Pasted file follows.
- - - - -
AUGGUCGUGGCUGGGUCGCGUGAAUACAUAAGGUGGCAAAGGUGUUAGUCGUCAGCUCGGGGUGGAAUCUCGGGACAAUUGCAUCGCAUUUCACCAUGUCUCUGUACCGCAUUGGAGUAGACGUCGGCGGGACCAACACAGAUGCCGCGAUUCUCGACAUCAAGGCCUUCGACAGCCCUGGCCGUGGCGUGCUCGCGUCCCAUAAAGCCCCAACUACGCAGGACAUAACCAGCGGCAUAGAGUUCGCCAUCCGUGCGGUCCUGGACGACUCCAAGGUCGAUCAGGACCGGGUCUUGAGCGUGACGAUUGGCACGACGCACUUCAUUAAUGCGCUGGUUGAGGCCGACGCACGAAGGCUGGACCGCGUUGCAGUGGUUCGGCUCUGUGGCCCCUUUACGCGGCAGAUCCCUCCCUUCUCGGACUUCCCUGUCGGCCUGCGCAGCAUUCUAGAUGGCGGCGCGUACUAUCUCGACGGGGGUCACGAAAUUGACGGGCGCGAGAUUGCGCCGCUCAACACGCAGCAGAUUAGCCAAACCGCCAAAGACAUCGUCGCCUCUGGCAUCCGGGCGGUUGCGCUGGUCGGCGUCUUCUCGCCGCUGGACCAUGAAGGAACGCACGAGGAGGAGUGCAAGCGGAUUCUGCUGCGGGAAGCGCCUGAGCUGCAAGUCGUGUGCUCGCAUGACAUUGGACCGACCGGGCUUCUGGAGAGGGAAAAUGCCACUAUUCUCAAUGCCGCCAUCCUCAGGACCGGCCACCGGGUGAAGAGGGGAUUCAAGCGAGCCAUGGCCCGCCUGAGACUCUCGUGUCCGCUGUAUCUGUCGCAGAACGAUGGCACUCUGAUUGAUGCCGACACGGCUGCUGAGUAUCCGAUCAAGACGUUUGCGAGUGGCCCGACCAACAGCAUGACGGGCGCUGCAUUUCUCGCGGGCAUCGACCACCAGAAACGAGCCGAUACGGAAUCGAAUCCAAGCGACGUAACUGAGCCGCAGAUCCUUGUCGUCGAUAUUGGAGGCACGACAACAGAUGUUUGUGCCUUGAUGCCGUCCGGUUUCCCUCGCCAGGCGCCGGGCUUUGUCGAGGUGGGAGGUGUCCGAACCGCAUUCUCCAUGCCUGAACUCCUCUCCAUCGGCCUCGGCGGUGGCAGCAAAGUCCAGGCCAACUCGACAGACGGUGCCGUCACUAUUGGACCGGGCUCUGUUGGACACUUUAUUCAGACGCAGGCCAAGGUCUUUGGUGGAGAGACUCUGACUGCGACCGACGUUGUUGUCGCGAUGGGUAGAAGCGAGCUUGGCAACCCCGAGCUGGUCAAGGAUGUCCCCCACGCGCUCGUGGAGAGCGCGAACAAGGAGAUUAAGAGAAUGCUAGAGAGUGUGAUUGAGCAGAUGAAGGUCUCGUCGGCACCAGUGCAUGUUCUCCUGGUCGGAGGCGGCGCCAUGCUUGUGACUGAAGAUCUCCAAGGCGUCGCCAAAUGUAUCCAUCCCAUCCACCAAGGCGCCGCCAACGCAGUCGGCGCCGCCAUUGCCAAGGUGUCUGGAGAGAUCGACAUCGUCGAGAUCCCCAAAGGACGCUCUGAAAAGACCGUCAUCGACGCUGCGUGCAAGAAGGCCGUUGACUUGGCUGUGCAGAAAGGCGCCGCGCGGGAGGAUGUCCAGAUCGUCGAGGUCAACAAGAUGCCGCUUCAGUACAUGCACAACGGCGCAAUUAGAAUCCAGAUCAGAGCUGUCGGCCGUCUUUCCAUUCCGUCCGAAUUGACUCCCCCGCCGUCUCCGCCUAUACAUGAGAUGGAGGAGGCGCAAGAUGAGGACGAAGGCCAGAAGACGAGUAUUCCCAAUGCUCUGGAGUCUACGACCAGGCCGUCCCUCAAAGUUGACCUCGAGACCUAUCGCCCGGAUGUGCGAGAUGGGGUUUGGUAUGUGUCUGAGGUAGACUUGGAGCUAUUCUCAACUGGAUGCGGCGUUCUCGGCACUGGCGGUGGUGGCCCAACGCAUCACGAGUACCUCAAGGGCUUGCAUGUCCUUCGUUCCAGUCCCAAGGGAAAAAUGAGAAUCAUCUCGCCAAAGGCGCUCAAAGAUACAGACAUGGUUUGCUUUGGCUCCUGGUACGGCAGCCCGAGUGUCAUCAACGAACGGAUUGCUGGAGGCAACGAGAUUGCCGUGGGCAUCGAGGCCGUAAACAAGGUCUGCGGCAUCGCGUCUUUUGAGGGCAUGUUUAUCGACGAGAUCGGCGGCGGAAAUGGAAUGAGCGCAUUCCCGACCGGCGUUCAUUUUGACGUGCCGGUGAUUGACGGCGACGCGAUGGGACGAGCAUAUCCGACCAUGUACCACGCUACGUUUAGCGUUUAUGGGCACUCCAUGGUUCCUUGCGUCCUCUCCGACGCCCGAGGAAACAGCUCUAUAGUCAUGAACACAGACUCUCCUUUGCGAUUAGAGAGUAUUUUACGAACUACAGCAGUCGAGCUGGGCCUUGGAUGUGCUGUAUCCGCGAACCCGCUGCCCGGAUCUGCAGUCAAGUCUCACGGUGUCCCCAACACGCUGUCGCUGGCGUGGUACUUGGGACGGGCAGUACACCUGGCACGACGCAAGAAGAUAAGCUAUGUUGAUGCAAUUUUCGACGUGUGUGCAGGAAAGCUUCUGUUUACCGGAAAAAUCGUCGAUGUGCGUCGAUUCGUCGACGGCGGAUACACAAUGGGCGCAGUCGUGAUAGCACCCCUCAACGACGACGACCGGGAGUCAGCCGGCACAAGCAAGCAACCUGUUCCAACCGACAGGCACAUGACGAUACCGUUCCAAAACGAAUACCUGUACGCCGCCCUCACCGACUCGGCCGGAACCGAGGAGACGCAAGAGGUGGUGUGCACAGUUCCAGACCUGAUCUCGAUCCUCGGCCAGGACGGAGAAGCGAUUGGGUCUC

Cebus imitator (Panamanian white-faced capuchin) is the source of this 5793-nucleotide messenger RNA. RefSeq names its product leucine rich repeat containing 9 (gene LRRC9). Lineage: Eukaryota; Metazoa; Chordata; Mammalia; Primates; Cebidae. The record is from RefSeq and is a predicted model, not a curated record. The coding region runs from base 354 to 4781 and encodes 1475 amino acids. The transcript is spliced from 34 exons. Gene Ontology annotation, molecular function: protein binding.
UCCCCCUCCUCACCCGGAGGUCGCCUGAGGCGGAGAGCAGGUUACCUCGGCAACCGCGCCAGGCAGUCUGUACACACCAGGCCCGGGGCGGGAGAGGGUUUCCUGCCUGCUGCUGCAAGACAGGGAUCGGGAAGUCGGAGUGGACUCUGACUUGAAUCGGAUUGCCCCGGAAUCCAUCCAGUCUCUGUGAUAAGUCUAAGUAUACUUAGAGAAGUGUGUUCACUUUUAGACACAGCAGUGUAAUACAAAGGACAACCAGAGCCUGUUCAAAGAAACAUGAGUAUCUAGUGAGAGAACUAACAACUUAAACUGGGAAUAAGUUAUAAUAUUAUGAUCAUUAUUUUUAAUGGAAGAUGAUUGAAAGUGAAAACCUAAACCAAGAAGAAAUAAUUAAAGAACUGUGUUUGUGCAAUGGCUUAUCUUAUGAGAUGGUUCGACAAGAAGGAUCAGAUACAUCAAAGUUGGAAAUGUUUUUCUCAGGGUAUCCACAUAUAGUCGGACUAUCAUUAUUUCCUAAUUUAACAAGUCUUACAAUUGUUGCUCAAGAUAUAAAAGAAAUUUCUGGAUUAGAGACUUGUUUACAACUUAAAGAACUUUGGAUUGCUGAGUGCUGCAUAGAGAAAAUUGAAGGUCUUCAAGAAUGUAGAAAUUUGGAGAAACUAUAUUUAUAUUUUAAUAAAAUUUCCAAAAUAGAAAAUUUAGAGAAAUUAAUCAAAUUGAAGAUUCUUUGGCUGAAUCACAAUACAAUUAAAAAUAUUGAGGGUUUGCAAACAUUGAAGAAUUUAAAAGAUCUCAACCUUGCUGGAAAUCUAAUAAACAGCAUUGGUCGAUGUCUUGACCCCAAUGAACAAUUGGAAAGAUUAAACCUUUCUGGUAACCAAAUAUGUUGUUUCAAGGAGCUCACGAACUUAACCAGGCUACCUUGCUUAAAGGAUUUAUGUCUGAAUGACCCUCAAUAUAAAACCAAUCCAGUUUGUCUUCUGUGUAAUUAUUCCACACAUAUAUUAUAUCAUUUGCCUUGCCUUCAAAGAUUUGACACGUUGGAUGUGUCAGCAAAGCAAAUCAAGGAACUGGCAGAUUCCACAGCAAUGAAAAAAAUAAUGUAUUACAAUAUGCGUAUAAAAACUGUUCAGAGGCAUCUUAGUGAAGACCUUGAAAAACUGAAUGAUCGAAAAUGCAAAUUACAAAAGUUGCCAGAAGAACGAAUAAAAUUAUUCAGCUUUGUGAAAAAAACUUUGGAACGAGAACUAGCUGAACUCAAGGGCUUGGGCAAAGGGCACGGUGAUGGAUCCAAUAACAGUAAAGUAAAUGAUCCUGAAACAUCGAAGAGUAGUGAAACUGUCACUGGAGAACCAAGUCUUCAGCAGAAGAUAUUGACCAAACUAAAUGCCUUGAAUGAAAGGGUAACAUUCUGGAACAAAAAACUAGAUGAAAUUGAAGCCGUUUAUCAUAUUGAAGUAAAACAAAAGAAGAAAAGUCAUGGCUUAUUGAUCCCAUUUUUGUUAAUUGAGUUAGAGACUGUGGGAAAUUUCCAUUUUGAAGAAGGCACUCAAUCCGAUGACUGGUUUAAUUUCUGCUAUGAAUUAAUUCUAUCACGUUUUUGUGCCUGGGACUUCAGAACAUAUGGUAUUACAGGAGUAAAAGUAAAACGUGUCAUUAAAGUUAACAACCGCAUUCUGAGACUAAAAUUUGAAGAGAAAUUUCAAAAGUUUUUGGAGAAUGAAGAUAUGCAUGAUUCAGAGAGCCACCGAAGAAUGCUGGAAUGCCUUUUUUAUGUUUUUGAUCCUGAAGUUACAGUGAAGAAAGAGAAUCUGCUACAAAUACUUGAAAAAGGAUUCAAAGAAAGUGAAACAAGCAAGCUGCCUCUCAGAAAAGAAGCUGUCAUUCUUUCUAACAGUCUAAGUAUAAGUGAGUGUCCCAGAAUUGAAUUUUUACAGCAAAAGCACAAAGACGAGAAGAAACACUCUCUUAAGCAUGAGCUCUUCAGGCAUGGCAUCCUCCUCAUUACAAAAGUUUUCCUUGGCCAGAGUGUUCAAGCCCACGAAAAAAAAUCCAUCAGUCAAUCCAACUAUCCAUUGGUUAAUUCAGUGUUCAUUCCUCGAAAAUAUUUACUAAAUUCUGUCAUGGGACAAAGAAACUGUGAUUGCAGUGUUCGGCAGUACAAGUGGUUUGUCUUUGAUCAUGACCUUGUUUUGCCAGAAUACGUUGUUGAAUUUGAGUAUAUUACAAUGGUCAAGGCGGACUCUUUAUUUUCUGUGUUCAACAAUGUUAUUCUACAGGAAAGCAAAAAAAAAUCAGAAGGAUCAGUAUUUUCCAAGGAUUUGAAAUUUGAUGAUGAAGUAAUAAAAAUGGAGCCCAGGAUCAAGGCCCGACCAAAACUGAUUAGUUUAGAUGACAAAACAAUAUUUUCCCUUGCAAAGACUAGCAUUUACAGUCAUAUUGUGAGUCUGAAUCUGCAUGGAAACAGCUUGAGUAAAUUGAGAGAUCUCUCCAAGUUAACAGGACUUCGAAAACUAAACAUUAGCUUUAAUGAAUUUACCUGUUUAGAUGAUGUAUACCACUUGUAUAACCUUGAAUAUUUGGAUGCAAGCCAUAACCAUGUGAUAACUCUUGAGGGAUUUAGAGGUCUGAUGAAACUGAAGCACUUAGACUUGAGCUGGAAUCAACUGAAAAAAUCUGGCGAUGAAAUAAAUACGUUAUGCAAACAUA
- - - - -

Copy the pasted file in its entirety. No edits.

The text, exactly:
AUGGUCGUGGCUGGGUCGCGUGAAUACAUAAGGUGGCAAAGGUGUUAGUCGUCAGCUCGGGGUGGAAUCUCGGGACAAUUGCAUCGCAUUUCACCAUGUCUCUGUACCGCAUUGGAGUAGACGUCGGCGGGACCAACACAGAUGCCGCGAUUCUCGACAUCAAGGCCUUCGACAGCCCUGGCCGUGGCGUGCUCGCGUCCCAUAAAGCCCCAACUACGCAGGACAUAACCAGCGGCAUAGAGUUCGCCAUCCGUGCGGUCCUGGACGACUCCAAGGUCGAUCAGGACCGGGUCUUGAGCGUGACGAUUGGCACGACGCACUUCAUUAAUGCGCUGGUUGAGGCCGACGCACGAAGGCUGGACCGCGUUGCAGUGGUUCGGCUCUGUGGCCCCUUUACGCGGCAGAUCCCUCCCUUCUCGGACUUCCCUGUCGGCCUGCGCAGCAUUCUAGAUGGCGGCGCGUACUAUCUCGACGGGGGUCACGAAAUUGACGGGCGCGAGAUUGCGCCGCUCAACACGCAGCAGAUUAGCCAAACCGCCAAAGACAUCGUCGCCUCUGGCAUCCGGGCGGUUGCGCUGGUCGGCGUCUUCUCGCCGCUGGACCAUGAAGGAACGCACGAGGAGGAGUGCAAGCGGAUUCUGCUGCGGGAAGCGCCUGAGCUGCAAGUCGUGUGCUCGCAUGACAUUGGACCGACCGGGCUUCUGGAGAGGGAAAAUGCCACUAUUCUCAAUGCCGCCAUCCUCAGGACCGGCCACCGGGUGAAGAGGGGAUUCAAGCGAGCCAUGGCCCGCCUGAGACUCUCGUGUCCGCUGUAUCUGUCGCAGAACGAUGGCACUCUGAUUGAUGCCGACACGGCUGCUGAGUAUCCGAUCAAGACGUUUGCGAGUGGCCCGACCAACAGCAUGACGGGCGCUGCAUUUCUCGCGGGCAUCGACCACCAGAAACGAGCCGAUACGGAAUCGAAUCCAAGCGACGUAACUGAGCCGCAGAUCCUUGUCGUCGAUAUUGGAGGCACGACAACAGAUGUUUGUGCCUUGAUGCCGUCCGGUUUCCCUCGCCAGGCGCCGGGCUUUGUCGAGGUGGGAGGUGUCCGAACCGCAUUCUCCAUGCCUGAACUCCUCUCCAUCGGCCUCGGCGGUGGCAGCAAAGUCCAGGCCAACUCGACAGACGGUGCCGUCACUAUUGGACCGGGCUCUGUUGGACACUUUAUUCAGACGCAGGCCAAGGUCUUUGGUGGAGAGACUCUGACUGCGACCGACGUUGUUGUCGCGAUGGGUAGAAGCGAGCUUGGCAACCCCGAGCUGGUCAAGGAUGUCCCCCACGCGCUCGUGGAGAGCGCGAACAAGGAGAUUAAGAGAAUGCUAGAGAGUGUGAUUGAGCAGAUGAAGGUCUCGUCGGCACCAGUGCAUGUUCUCCUGGUCGGAGGCGGCGCCAUGCUUGUGACUGAAGAUCUCCAAGGCGUCGCCAAAUGUAUCCAUCCCAUCCACCAAGGCGCCGCCAACGCAGUCGGCGCCGCCAUUGCCAAGGUGUCUGGAGAGAUCGACAUCGUCGAGAUCCCCAAAGGACGCUCUGAAAAGACCGUCAUCGACGCUGCGUGCAAGAAGGCCGUUGACUUGGCUGUGCAGAAAGGCGCCGCGCGGGAGGAUGUCCAGAUCGUCGAGGUCAACAAGAUGCCGCUUCAGUACAUGCACAACGGCGCAAUUAGAAUCCAGAUCAGAGCUGUCGGCCGUCUUUCCAUUCCGUCCGAAUUGACUCCCCCGCCGUCUCCGCCUAUACAUGAGAUGGAGGAGGCGCAAGAUGAGGACGAAGGCCAGAAGACGAGUAUUCCCAAUGCUCUGGAGUCUACGACCAGGCCGUCCCUCAAAGUUGACCUCGAGACCUAUCGCCCGGAUGUGCGAGAUGGGGUUUGGUAUGUGUCUGAGGUAGACUUGGAGCUAUUCUCAACUGGAUGCGGCGUUCUCGGCACUGGCGGUGGUGGCCCAACGCAUCACGAGUACCUCAAGGGCUUGCAUGUCCUUCGUUCCAGUCCCAAGGGAAAAAUGAGAAUCAUCUCGCCAAAGGCGCUCAAAGAUACAGACAUGGUUUGCUUUGGCUCCUGGUACGGCAGCCCGAGUGUCAUCAACGAACGGAUUGCUGGAGGCAACGAGAUUGCCGUGGGCAUCGAGGCCGUAAACAAGGUCUGCGGCAUCGCGUCUUUUGAGGGCAUGUUUAUCGACGAGAUCGGCGGCGGAAAUGGAAUGAGCGCAUUCCCGACCGGCGUUCAUUUUGACGUGCCGGUGAUUGACGGCGACGCGAUGGGACGAGCAUAUCCGACCAUGUACCACGCUACGUUUAGCGUUUAUGGGCACUCCAUGGUUCCUUGCGUCCUCUCCGACGCCCGAGGAAACAGCUCUAUAGUCAUGAACACAGACUCUCCUUUGCGAUUAGAGAGUAUUUUACGAACUACAGCAGUCGAGCUGGGCCUUGGAUGUGCUGUAUCCGCGAACCCGCUGCCCGGAUCUGCAGUCAAGUCUCACGGUGUCCCCAACACGCUGUCGCUGGCGUGGUACUUGGGACGGGCAGUACACCUGGCACGACGCAAGAAGAUAAGCUAUGUUGAUGCAAUUUUCGACGUGUGUGCAGGAAAGCUUCUGUUUACCGGAAAAAUCGUCGAUGUGCGUCGAUUCGUCGACGGCGGAUACACAAUGGGCGCAGUCGUGAUAGCACCCCUCAACGACGACGACCGGGAGUCAGCCGGCACAAGCAAGCAACCUGUUCCAACCGACAGGCACAUGACGAUACCGUUCCAAAACGAAUACCUGUACGCCGCCCUCACCGACUCGGCCGGAACCGAGGAGACGCAAGAGGUGGUGUGCACAGUUCCAGACCUGAUCUCGAUCCUCGGCCAGGACGGAGAAGCGAUUGGGUCUC

Cebus imitator (Panamanian white-faced capuchin) is the source of this 5793-nucleotide messenger RNA. RefSeq names its product leucine rich repeat containing 9 (gene LRRC9). Lineage: Eukaryota; Metazoa; Chordata; Mammalia; Primates; Cebidae. The record is from RefSeq and is a predicted model, not a curated record. The coding region runs from base 354 to 4781 and encodes 1475 amino acids. The transcript is spliced from 34 exons. Gene Ontology annotation, molecular function: protein binding.
UCCCCCUCCUCACCCGGAGGUCGCCUGAGGCGGAGAGCAGGUUACCUCGGCAACCGCGCCAGGCAGUCUGUACACACCAGGCCCGGGGCGGGAGAGGGUUUCCUGCCUGCUGCUGCAAGACAGGGAUCGGGAAGUCGGAGUGGACUCUGACUUGAAUCGGAUUGCCCCGGAAUCCAUCCAGUCUCUGUGAUAAGUCUAAGUAUACUUAGAGAAGUGUGUUCACUUUUAGACACAGCAGUGUAAUACAAAGGACAACCAGAGCCUGUUCAAAGAAACAUGAGUAUCUAGUGAGAGAACUAACAACUUAAACUGGGAAUAAGUUAUAAUAUUAUGAUCAUUAUUUUUAAUGGAAGAUGAUUGAAAGUGAAAACCUAAACCAAGAAGAAAUAAUUAAAGAACUGUGUUUGUGCAAUGGCUUAUCUUAUGAGAUGGUUCGACAAGAAGGAUCAGAUACAUCAAAGUUGGAAAUGUUUUUCUCAGGGUAUCCACAUAUAGUCGGACUAUCAUUAUUUCCUAAUUUAACAAGUCUUACAAUUGUUGCUCAAGAUAUAAAAGAAAUUUCUGGAUUAGAGACUUGUUUACAACUUAAAGAACUUUGGAUUGCUGAGUGCUGCAUAGAGAAAAUUGAAGGUCUUCAAGAAUGUAGAAAUUUGGAGAAACUAUAUUUAUAUUUUAAUAAAAUUUCCAAAAUAGAAAAUUUAGAGAAAUUAAUCAAAUUGAAGAUUCUUUGGCUGAAUCACAAUACAAUUAAAAAUAUUGAGGGUUUGCAAACAUUGAAGAAUUUAAAAGAUCUCAACCUUGCUGGAAAUCUAAUAAACAGCAUUGGUCGAUGUCUUGACCCCAAUGAACAAUUGGAAAGAUUAAACCUUUCUGGUAACCAAAUAUGUUGUUUCAAGGAGCUCACGAACUUAACCAGGCUACCUUGCUUAAAGGAUUUAUGUCUGAAUGACCCUCAAUAUAAAACCAAUCCAGUUUGUCUUCUGUGUAAUUAUUCCACACAUAUAUUAUAUCAUUUGCCUUGCCUUCAAAGAUUUGACACGUUGGAUGUGUCAGCAAAGCAAAUCAAGGAACUGGCAGAUUCCACAGCAAUGAAAAAAAUAAUGUAUUACAAUAUGCGUAUAAAAACUGUUCAGAGGCAUCUUAGUGAAGACCUUGAAAAACUGAAUGAUCGAAAAUGCAAAUUACAAAAGUUGCCAGAAGAACGAAUAAAAUUAUUCAGCUUUGUGAAAAAAACUUUGGAACGAGAACUAGCUGAACUCAAGGGCUUGGGCAAAGGGCACGGUGAUGGAUCCAAUAACAGUAAAGUAAAUGAUCCUGAAACAUCGAAGAGUAGUGAAACUGUCACUGGAGAACCAAGUCUUCAGCAGAAGAUAUUGACCAAACUAAAUGCCUUGAAUGAAAGGGUAACAUUCUGGAACAAAAAACUAGAUGAAAUUGAAGCCGUUUAUCAUAUUGAAGUAAAACAAAAGAAGAAAAGUCAUGGCUUAUUGAUCCCAUUUUUGUUAAUUGAGUUAGAGACUGUGGGAAAUUUCCAUUUUGAAGAAGGCACUCAAUCCGAUGACUGGUUUAAUUUCUGCUAUGAAUUAAUUCUAUCACGUUUUUGUGCCUGGGACUUCAGAACAUAUGGUAUUACAGGAGUAAAAGUAAAACGUGUCAUUAAAGUUAACAACCGCAUUCUGAGACUAAAAUUUGAAGAGAAAUUUCAAAAGUUUUUGGAGAAUGAAGAUAUGCAUGAUUCAGAGAGCCACCGAAGAAUGCUGGAAUGCCUUUUUUAUGUUUUUGAUCCUGAAGUUACAGUGAAGAAAGAGAAUCUGCUACAAAUACUUGAAAAAGGAUUCAAAGAAAGUGAAACAAGCAAGCUGCCUCUCAGAAAAGAAGCUGUCAUUCUUUCUAACAGUCUAAGUAUAAGUGAGUGUCCCAGAAUUGAAUUUUUACAGCAAAAGCACAAAGACGAGAAGAAACACUCUCUUAAGCAUGAGCUCUUCAGGCAUGGCAUCCUCCUCAUUACAAAAGUUUUCCUUGGCCAGAGUGUUCAAGCCCACGAAAAAAAAUCCAUCAGUCAAUCCAACUAUCCAUUGGUUAAUUCAGUGUUCAUUCCUCGAAAAUAUUUACUAAAUUCUGUCAUGGGACAAAGAAACUGUGAUUGCAGUGUUCGGCAGUACAAGUGGUUUGUCUUUGAUCAUGACCUUGUUUUGCCAGAAUACGUUGUUGAAUUUGAGUAUAUUACAAUGGUCAAGGCGGACUCUUUAUUUUCUGUGUUCAACAAUGUUAUUCUACAGGAAAGCAAAAAAAAAUCAGAAGGAUCAGUAUUUUCCAAGGAUUUGAAAUUUGAUGAUGAAGUAAUAAAAAUGGAGCCCAGGAUCAAGGCCCGACCAAAACUGAUUAGUUUAGAUGACAAAACAAUAUUUUCCCUUGCAAAGACUAGCAUUUACAGUCAUAUUGUGAGUCUGAAUCUGCAUGGAAACAGCUUGAGUAAAUUGAGAGAUCUCUCCAAGUUAACAGGACUUCGAAAACUAAACAUUAGCUUUAAUGAAUUUACCUGUUUAGAUGAUGUAUACCACUUGUAUAACCUUGAAUAUUUGGAUGCAAGCCAUAACCAUGUGAUAACUCUUGAGGGAUUUAGAGGUCUGAUGAAACUGAAGCACUUAGACUUGAGCUGGAAUCAACUGAAAAAAUCUGGCGAUGAAAUAAAUACGUUAUGCAAACAUA